To train the next generation of researchers, science educators at the university level need to help students achieve advanced scientific literacy. Accomplishing this requires teaching students to read the primary sources of their field, i.e. academic journal articles. These primary sources are, however, written for an audience of highly specialized experts, and as a consequence, learning to understand them requires a lot of time and effort from students and educators alike.
It makes sense then to start exposing students to these articles early in their university careers, which presents a longstanding conundrum: the material is frequently so difficult that many students fail to gain even a basic functional understanding of the articles during their first attempts. This experience can be demoralizing and stressful for students, leading to poor learning outcomes, which can push capable future scientists away from the field.
To solve this problem, Steve Joordens’ Advanced Learning Technologies Lab (ALT) at the University of Toronto Scarborough examined whether having scientists give accessible — but substantive — explanations of their research, via video as a potentially ideal way to bridge the gap between students’ ability and the expert-level knowledge they need to access. Done right, this should help students contextualize the information they need, while also humanizing research and researchers to help students connect with the field on a more personal level.
That said, to advance the practice of pedagogy, it is essential to differentiate between methods that seem good in theory and methods that are good in practice. So, with a shared commitment to giving students demonstrably effective educational experiences, the ALT Lab, where I am a postdoctoral researcher and was principal investigator for this particular effort, and SAGE Publishing [the parent of Social Science Space] partnering in a project to put theory to the test. This was done in a rigorously designed experiment conducted in the naturalistic context of an in-class writing assignment at a large (1,200 students) online psychology class at the University of Toronto Scarborough. We received support from Mitacs, a Canadian-based international not-for-profit organization that aims to solve business challenges with research solutions from academic institutions.
In this study, learning outcomes were measured for students who have access to the video ‘primers’ and for a control group of students who receive the standard instruction and supports – i.e. no video — for the course. Learning outcomes we measured included a students’ ability to apply the information and their ability to remember core concepts from the research papers at a later date. Additionally, students provided feedback to the researchers throughout the writing assignment about their emotional and practical experiences.
This project draws from the library of case-study videos in the by SAGE Research Methods Video series. Videos in this library provide viewers with an accessible explanation of a study’s core concepts from the scientist who conducted the research, along with insights into their decision-making. By watching these videos, students get a first-hand account of how and why research is done.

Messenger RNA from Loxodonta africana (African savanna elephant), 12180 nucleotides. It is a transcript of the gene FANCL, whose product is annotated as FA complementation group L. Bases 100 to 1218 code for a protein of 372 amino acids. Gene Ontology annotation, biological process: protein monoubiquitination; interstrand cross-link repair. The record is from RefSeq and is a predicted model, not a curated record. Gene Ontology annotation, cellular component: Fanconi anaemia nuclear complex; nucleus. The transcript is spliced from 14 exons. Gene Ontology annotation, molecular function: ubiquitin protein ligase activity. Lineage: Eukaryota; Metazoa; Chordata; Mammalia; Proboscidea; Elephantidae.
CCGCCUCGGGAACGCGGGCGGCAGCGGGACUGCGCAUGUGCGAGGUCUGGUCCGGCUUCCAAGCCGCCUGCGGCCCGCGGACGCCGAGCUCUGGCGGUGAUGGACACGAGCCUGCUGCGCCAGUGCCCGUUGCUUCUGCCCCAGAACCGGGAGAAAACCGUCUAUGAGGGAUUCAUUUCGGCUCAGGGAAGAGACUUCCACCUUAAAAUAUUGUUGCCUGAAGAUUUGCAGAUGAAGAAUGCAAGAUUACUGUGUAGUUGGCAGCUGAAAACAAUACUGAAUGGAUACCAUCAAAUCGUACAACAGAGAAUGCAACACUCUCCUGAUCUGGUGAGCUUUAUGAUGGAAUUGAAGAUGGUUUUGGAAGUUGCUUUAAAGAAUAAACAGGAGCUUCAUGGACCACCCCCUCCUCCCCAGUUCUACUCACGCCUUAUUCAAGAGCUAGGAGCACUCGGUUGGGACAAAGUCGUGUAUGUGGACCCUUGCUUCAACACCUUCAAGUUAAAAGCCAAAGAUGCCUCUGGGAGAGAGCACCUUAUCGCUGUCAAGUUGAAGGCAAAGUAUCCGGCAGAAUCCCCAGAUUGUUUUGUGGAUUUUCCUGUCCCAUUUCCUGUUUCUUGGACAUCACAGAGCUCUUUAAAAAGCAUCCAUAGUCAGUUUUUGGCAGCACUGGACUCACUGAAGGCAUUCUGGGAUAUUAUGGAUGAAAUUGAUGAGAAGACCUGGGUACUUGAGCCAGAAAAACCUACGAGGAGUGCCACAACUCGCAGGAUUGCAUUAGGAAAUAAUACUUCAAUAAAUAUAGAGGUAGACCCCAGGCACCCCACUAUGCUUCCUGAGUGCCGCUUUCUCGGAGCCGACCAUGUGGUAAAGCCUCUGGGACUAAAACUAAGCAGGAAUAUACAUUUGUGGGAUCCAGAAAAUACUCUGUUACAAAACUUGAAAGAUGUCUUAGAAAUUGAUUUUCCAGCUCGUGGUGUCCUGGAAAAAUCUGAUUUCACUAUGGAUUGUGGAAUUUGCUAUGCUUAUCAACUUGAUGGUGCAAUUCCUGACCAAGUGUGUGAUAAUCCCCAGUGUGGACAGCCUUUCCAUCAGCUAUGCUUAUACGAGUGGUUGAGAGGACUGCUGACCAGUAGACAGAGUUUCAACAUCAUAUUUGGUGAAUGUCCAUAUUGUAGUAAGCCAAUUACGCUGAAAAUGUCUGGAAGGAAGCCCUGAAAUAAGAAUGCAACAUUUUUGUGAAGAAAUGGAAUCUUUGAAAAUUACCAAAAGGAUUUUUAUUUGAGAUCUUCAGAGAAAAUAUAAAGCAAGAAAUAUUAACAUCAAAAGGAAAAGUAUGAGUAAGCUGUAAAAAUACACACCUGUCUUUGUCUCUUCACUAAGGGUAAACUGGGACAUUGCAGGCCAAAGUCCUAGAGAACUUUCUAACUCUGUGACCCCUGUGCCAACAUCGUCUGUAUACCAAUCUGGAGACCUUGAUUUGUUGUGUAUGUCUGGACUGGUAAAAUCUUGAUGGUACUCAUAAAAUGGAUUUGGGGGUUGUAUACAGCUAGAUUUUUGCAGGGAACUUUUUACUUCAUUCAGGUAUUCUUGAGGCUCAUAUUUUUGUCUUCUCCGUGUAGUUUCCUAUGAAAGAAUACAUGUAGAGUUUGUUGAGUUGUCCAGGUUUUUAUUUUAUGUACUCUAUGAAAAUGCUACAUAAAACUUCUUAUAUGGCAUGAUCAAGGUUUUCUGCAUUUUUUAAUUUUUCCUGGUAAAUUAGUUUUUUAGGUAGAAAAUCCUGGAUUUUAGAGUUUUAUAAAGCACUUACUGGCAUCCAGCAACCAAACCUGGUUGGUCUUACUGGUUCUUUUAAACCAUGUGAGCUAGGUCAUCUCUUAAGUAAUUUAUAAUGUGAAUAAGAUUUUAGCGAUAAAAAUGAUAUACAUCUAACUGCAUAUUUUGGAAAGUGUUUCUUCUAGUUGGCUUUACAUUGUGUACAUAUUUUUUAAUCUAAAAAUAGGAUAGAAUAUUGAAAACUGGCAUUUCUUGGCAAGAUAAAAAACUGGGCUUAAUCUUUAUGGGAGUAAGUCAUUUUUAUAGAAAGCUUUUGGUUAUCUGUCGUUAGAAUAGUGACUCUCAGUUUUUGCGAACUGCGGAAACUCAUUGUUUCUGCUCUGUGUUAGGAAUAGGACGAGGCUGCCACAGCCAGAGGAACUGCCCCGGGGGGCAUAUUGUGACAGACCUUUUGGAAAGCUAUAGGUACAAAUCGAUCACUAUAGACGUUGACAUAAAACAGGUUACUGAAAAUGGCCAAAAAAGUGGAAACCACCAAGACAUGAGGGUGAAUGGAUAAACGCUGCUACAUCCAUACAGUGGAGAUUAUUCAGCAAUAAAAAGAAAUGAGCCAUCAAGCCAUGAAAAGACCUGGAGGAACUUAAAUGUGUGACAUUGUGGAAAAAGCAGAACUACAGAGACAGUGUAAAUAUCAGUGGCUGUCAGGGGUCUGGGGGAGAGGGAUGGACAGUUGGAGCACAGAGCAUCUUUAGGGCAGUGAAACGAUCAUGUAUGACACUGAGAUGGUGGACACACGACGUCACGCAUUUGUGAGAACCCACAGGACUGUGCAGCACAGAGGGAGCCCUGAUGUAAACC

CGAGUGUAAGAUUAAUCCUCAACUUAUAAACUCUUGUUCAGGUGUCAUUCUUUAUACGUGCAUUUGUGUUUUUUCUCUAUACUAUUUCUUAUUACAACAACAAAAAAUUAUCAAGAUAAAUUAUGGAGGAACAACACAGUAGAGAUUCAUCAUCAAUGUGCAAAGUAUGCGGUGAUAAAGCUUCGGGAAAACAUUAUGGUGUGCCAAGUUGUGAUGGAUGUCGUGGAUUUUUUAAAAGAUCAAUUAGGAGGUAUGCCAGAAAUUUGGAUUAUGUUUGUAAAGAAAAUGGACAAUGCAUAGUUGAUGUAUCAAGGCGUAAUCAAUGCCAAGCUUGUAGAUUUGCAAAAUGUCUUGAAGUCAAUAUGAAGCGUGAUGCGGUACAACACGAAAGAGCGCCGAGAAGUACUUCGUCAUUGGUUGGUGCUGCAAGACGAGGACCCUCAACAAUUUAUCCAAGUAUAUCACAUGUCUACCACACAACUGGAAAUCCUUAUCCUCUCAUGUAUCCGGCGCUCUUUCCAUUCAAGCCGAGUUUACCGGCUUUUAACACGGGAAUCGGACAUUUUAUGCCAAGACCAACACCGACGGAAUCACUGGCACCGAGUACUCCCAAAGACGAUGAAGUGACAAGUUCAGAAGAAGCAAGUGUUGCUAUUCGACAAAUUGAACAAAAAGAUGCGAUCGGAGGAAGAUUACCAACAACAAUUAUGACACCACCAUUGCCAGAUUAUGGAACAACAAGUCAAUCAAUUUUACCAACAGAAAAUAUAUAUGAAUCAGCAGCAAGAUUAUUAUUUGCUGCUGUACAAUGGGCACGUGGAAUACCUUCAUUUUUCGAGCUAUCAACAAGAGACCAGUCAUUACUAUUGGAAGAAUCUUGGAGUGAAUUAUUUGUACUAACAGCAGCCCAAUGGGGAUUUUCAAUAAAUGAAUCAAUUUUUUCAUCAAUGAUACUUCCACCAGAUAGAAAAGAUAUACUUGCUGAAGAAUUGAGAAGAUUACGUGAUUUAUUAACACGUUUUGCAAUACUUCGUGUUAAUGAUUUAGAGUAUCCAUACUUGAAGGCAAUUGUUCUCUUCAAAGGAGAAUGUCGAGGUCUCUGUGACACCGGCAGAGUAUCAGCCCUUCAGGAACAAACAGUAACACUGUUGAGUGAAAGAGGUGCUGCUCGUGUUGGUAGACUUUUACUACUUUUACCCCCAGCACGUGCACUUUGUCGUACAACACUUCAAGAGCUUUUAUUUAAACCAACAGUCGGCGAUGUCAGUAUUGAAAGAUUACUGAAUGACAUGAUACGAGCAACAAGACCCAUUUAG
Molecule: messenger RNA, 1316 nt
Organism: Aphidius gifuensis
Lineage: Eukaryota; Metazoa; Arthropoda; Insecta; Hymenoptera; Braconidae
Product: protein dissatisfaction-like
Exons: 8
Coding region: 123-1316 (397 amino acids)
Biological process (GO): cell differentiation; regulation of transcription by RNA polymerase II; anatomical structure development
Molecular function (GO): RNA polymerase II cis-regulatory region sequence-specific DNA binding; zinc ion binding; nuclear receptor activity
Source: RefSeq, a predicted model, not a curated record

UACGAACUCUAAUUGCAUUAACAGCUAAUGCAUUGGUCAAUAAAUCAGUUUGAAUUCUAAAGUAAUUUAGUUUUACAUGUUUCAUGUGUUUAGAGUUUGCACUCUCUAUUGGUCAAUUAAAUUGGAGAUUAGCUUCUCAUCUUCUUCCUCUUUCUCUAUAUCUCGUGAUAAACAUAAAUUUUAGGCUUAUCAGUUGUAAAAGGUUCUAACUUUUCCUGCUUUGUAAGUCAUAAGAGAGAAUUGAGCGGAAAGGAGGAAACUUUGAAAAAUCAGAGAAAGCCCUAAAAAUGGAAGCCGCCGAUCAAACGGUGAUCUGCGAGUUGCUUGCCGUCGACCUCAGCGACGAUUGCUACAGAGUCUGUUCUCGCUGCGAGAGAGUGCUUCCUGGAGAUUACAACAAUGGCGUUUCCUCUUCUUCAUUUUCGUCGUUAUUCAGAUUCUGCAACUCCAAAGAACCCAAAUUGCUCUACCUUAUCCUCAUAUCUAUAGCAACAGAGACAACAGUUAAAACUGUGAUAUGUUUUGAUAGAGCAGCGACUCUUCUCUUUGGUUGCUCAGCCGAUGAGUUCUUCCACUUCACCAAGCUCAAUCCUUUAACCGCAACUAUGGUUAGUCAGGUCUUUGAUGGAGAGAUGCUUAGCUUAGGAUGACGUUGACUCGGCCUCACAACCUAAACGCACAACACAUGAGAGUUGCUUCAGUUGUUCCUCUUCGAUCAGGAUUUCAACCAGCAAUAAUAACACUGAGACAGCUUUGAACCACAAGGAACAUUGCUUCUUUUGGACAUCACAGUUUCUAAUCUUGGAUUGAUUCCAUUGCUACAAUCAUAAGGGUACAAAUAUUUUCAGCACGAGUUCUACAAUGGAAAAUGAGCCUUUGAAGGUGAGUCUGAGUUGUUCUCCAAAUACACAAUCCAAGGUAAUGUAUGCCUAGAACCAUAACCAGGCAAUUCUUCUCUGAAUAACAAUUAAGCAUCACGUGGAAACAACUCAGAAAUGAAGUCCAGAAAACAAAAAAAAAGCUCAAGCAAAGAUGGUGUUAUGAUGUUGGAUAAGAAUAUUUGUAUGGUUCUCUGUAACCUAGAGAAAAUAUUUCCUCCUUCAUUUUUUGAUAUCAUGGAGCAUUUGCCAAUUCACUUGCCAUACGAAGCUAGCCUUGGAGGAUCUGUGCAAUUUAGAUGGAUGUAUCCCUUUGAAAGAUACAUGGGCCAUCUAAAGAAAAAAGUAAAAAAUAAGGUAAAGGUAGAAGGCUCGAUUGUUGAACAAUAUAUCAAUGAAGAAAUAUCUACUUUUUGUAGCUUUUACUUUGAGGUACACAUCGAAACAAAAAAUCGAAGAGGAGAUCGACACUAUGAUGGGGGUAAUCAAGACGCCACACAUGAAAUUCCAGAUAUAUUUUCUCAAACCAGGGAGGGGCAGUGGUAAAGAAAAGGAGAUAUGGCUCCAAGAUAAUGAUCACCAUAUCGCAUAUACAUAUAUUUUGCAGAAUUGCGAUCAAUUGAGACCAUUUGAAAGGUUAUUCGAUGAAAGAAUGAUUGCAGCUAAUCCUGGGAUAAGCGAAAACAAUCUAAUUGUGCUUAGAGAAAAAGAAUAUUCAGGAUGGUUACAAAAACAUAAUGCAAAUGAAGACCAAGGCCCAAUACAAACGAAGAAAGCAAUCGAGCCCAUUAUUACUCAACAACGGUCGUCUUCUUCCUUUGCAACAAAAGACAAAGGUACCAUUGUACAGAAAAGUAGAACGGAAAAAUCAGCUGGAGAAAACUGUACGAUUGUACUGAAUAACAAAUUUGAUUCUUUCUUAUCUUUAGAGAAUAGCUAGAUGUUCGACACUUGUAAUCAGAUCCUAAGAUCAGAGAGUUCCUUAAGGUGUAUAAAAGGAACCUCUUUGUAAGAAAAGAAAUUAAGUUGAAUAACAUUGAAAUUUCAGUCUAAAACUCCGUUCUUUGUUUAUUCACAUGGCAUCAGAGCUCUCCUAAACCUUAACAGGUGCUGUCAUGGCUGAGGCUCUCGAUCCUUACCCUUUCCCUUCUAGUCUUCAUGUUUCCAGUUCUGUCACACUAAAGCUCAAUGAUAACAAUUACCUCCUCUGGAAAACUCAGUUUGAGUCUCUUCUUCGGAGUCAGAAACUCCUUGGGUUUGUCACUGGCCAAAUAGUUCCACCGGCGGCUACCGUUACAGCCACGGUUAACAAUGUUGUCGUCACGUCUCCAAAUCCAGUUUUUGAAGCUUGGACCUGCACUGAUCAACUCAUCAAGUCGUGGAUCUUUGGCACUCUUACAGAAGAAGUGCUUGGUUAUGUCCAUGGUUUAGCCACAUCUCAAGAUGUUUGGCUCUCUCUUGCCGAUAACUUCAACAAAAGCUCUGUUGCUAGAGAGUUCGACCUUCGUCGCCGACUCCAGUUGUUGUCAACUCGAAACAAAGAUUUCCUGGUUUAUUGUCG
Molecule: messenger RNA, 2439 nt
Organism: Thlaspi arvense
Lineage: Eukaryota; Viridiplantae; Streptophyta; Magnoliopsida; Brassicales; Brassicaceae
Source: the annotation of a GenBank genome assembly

Our preliminary analyses are already underway, and so far the results are promising. Drawing from data that is currently being written up as a research report that will be submitted to an international, peer-reviewed journal, five weeks after completing the writing assignment, students with access to the video explanations showed a 12 percent advantage on a knowledge and understanding quiz. This difference is both substantial and statistically significant, providing compelling evidence that the videos enhanced the learning experience in a meaningful way. And in keeping with the idea that video can unlock complex research ideas for the uninitiated, here’s a video discussion about our research between myself and Michael Carmichael, the director of visual media for SAGE:
In terms of video use and attitudes, 93 percent of students in the control group said they ‘would’ or ‘might’ use extra explanatory resources for understanding the research articles if they were available, and with students in the video group, this was mirrored by 91 percent reporting that they watched the video explanation for their article. Of the students who saw a video, 90 percent reported watching most or all of it, suggesting that they found it useful and/or engaging in the context of the assignment.
Further, 55 percent of students reported watching both the video for their topic article, as well as the video for the unused alternative article. In sum, these early results show that students overwhelmingly choose to engage with video explainers that assist their first forays into reading academic articles, and that this voluntary engagement allows them to get more out of the experience.